What is Risk?
A common definition of risk is that it is the combination of a specific hazard and the likelihood that the hazard occurs (probability)x(hazard) = risk. That likelihood may be expressed as a rate or a probability. For example, the risk of an aircraft accident (hazard) can be expressed as one accident per million flights (likelihood).
Risk can be objectively defined so that two people can take the same data and come up with a similar result. Risk can be expressed in many ways, so long as it combines a hazard with a likelihood.
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The concept of risk exists in aviation, finance, human health, and many other areas. One can use the methods of science, engineering, and math in order to define risks.
People use the terms Risk, Risk Management, Risk Assessment, and Risk Analysis, to describe a wide variety of things. While this may not be a big deal to most, for those who are tasked with performing that work, it can cause confusion and an occasional misunderstanding (due to missed expectations).
While there is some overlap in the actual work that those terms define, (e.g. Risk Management and Risk Assessment both include Risk Analysis) there are differences that are worth pointing out.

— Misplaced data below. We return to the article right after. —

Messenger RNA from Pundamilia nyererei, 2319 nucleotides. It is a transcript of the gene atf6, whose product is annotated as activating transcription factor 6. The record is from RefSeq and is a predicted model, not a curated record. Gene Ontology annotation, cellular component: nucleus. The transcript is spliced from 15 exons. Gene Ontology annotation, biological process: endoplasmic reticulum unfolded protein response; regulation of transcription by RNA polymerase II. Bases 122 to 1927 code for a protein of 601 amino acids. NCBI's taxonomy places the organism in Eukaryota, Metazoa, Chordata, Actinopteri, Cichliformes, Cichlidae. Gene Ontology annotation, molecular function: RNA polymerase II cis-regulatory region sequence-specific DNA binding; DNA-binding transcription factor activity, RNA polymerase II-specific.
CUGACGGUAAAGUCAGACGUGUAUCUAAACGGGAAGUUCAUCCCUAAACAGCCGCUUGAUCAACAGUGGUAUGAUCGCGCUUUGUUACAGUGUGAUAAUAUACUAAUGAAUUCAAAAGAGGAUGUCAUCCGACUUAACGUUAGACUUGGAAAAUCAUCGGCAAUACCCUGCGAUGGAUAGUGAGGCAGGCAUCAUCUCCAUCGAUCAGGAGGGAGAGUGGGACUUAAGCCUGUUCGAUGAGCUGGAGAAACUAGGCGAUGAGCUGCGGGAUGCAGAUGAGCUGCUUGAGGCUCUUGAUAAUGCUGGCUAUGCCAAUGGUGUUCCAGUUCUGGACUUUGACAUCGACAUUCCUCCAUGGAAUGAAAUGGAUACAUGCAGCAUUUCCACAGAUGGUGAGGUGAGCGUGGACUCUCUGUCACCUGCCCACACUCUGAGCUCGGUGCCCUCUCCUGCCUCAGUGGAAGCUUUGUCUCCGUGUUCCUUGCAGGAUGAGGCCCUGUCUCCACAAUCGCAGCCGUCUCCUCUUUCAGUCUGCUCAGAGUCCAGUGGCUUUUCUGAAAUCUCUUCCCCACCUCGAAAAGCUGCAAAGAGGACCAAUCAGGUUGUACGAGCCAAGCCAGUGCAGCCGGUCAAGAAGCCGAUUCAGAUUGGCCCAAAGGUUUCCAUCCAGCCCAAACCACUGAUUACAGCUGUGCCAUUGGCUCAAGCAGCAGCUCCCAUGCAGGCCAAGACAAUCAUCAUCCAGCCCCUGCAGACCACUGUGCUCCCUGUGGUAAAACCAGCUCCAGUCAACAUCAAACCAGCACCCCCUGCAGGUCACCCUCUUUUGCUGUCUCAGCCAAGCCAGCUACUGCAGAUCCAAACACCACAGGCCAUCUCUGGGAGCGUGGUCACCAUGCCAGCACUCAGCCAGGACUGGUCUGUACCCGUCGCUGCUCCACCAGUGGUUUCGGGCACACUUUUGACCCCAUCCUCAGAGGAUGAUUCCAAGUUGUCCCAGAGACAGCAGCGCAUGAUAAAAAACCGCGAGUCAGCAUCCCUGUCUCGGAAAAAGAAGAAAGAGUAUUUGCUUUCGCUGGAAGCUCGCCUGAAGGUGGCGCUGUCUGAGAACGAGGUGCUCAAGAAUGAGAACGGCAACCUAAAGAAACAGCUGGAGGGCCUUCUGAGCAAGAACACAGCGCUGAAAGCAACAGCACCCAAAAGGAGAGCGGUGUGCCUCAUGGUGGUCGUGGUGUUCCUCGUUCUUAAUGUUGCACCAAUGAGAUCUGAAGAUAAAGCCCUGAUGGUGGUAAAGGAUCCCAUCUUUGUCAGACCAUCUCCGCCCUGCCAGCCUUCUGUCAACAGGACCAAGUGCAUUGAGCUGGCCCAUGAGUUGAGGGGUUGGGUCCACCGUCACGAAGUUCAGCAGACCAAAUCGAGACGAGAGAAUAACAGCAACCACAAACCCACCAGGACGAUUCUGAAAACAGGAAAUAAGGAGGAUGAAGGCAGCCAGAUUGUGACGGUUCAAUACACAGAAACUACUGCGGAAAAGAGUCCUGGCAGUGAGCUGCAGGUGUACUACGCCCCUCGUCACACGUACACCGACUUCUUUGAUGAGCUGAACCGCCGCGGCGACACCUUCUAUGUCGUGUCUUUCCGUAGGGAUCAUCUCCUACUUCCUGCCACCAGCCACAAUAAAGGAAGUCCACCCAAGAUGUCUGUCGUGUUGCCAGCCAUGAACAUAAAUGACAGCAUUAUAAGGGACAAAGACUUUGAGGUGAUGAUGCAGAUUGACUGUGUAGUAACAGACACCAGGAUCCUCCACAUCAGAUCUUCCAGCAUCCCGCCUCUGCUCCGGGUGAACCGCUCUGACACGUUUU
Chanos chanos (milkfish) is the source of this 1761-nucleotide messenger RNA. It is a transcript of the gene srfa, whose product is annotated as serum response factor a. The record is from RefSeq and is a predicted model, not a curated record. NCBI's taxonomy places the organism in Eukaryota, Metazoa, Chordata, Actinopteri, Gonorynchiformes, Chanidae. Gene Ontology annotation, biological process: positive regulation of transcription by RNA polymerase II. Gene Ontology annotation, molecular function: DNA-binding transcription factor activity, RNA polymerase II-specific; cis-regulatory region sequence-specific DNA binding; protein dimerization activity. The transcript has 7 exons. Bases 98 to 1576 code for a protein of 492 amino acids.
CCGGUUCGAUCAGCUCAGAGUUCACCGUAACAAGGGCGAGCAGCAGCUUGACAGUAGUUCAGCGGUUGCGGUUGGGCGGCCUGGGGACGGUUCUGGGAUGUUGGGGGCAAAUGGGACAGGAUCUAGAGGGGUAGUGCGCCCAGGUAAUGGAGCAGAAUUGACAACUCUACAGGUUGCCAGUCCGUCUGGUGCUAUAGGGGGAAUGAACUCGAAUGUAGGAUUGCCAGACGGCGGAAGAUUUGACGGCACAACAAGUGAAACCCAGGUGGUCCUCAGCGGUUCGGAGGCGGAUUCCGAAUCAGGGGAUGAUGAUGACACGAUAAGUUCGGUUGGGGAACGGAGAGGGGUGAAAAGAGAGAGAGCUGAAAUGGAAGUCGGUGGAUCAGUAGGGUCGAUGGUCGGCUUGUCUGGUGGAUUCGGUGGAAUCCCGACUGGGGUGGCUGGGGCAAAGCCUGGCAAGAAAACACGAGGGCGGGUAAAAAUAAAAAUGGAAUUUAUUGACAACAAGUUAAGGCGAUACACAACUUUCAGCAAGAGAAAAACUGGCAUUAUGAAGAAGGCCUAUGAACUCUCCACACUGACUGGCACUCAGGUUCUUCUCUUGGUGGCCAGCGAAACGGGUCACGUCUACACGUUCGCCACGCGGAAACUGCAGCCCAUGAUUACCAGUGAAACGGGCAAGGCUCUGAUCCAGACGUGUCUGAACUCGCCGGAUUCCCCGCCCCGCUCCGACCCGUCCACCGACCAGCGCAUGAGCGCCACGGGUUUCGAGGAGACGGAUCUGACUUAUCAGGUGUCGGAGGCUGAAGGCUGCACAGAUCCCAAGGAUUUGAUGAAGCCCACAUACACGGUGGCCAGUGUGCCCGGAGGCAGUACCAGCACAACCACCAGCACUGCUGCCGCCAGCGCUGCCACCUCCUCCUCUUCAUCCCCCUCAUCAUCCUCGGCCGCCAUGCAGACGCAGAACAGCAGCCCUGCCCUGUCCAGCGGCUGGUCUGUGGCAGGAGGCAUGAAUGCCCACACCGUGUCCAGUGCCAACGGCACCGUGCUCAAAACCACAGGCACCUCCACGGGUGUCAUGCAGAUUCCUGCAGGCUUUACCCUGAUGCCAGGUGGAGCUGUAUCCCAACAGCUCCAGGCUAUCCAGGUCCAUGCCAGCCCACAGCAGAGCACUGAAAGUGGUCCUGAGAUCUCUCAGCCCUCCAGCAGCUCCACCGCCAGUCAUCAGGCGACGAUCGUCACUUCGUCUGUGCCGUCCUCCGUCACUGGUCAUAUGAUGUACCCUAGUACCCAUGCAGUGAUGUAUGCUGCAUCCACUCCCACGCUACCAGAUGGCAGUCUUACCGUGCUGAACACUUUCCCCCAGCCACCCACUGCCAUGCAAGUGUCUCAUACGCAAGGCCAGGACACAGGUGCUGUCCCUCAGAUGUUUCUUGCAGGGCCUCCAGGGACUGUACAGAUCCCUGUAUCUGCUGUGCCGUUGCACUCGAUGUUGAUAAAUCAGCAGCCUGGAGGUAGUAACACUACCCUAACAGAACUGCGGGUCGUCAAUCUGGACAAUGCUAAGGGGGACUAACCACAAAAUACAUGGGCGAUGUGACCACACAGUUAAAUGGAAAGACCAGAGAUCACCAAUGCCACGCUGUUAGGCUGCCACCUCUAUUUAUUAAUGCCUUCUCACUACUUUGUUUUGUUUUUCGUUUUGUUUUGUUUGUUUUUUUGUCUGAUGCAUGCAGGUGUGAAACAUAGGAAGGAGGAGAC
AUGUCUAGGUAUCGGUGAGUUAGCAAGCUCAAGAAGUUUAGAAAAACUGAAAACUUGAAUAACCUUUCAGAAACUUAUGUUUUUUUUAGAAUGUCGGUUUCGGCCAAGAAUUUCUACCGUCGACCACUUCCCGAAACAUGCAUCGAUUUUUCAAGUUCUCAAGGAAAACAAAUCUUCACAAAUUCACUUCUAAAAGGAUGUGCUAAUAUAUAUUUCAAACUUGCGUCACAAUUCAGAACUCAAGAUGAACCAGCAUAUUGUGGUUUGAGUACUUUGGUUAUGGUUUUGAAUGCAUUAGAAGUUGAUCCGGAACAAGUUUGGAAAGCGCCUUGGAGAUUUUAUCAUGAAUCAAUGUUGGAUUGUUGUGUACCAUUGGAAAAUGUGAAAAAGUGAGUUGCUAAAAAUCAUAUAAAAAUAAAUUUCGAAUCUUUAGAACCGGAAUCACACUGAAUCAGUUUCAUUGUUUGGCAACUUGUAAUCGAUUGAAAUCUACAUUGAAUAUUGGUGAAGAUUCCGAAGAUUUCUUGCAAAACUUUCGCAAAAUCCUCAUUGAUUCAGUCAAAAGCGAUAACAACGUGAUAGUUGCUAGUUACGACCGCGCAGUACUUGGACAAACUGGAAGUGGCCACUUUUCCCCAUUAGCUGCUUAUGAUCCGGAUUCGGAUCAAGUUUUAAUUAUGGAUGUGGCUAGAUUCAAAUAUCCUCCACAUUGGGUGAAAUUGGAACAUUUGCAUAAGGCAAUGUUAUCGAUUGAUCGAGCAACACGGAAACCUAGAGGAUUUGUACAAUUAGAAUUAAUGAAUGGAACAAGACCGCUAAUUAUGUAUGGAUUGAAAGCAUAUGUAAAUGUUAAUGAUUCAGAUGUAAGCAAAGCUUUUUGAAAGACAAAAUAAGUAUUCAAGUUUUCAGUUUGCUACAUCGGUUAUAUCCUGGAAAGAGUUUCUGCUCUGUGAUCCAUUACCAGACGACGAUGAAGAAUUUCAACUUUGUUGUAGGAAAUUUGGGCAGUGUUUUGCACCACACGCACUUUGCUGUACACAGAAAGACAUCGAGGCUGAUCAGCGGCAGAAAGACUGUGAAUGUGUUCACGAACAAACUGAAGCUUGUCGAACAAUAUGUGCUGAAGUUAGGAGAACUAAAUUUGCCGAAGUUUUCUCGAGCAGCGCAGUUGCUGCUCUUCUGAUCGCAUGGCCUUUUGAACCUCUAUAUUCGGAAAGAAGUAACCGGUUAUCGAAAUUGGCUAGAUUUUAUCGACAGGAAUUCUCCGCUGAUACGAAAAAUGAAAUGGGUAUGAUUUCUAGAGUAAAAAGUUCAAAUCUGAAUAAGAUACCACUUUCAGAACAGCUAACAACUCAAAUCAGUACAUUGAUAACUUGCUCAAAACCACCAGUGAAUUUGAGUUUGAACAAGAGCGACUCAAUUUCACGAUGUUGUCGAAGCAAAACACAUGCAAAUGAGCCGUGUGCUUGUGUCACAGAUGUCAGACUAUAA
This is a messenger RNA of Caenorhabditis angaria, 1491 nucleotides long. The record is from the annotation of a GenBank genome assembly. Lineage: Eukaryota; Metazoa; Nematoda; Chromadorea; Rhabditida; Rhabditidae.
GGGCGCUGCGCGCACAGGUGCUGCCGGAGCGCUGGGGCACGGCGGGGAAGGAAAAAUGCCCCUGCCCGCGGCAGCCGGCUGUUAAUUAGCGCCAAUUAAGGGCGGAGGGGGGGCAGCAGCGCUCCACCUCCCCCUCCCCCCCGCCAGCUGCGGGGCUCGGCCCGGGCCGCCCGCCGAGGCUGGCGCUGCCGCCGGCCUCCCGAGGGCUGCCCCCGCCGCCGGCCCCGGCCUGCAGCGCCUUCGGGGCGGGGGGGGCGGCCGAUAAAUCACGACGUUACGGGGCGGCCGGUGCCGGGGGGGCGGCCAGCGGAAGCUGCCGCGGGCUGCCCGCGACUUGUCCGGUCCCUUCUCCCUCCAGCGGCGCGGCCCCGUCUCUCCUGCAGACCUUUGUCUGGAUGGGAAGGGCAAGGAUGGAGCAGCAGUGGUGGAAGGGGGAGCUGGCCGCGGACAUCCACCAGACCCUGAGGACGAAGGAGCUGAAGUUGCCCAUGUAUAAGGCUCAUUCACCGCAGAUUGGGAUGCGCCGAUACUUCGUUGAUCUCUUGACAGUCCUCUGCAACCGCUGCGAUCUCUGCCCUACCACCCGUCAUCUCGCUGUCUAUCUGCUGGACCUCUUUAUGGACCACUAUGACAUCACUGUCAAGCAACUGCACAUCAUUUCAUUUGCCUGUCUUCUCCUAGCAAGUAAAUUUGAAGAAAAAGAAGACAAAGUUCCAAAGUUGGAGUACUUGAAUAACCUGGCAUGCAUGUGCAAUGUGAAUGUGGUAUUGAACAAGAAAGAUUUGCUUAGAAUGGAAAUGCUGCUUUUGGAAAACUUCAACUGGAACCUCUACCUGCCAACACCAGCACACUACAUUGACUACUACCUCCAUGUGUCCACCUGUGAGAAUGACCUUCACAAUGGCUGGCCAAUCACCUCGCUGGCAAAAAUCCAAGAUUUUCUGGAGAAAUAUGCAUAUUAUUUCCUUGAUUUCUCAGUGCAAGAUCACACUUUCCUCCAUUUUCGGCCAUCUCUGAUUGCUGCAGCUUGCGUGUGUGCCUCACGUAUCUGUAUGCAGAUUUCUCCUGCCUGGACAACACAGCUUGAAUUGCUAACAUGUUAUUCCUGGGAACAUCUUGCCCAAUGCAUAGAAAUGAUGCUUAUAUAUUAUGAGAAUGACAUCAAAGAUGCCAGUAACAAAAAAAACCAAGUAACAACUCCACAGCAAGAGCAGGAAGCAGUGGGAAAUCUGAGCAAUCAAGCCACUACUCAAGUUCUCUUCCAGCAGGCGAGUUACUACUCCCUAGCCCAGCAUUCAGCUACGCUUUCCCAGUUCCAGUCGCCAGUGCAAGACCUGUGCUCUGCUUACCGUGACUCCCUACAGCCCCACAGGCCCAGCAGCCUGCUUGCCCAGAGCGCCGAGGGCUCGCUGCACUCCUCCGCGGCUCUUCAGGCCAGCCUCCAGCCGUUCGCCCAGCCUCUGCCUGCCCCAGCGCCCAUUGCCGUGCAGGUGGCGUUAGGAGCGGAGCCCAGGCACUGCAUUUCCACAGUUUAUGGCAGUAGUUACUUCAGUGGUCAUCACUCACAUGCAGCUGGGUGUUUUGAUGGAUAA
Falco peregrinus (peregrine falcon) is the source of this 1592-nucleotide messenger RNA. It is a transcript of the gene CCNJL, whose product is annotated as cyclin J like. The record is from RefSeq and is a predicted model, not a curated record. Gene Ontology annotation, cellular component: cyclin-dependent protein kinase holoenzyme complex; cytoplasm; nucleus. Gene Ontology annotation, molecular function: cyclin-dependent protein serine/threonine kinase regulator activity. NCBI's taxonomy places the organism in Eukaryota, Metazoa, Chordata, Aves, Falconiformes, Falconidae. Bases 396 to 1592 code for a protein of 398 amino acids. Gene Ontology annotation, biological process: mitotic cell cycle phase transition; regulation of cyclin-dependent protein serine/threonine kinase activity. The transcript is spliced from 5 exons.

First, let’s start with Risk Management. According to the Marquette University Risk Unit, risk management is the continuing process to identify, analyze, evaluate, and treat loss exposures and monitor risk control and financial resources to mitigate the adverse effects of loss.
We typically simplify this a bit and describe it as the Identification, Analysis (or Measurement), Treatment and Monitoring of risk.
According to the Open Group, risk assessment includes processes and technologies that identify, evaluate, and report on risk-related concerns. As stated in NIST 800-30, the risk assessment process is a “key component” of the risk management process.
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Using the simplified definition of Risk Management above, it is primarily concerned with the Identification and Analysis phases.
Again referencing the Open Group, risk analysis can be considered the evaluation component of the broader risk assessment process, which determines the significance of the identified risk concerns. Simplifying this a bit, we can think of risk analysis is the actual quantification of risk (i.e. calculating the probability and magnitude of loss).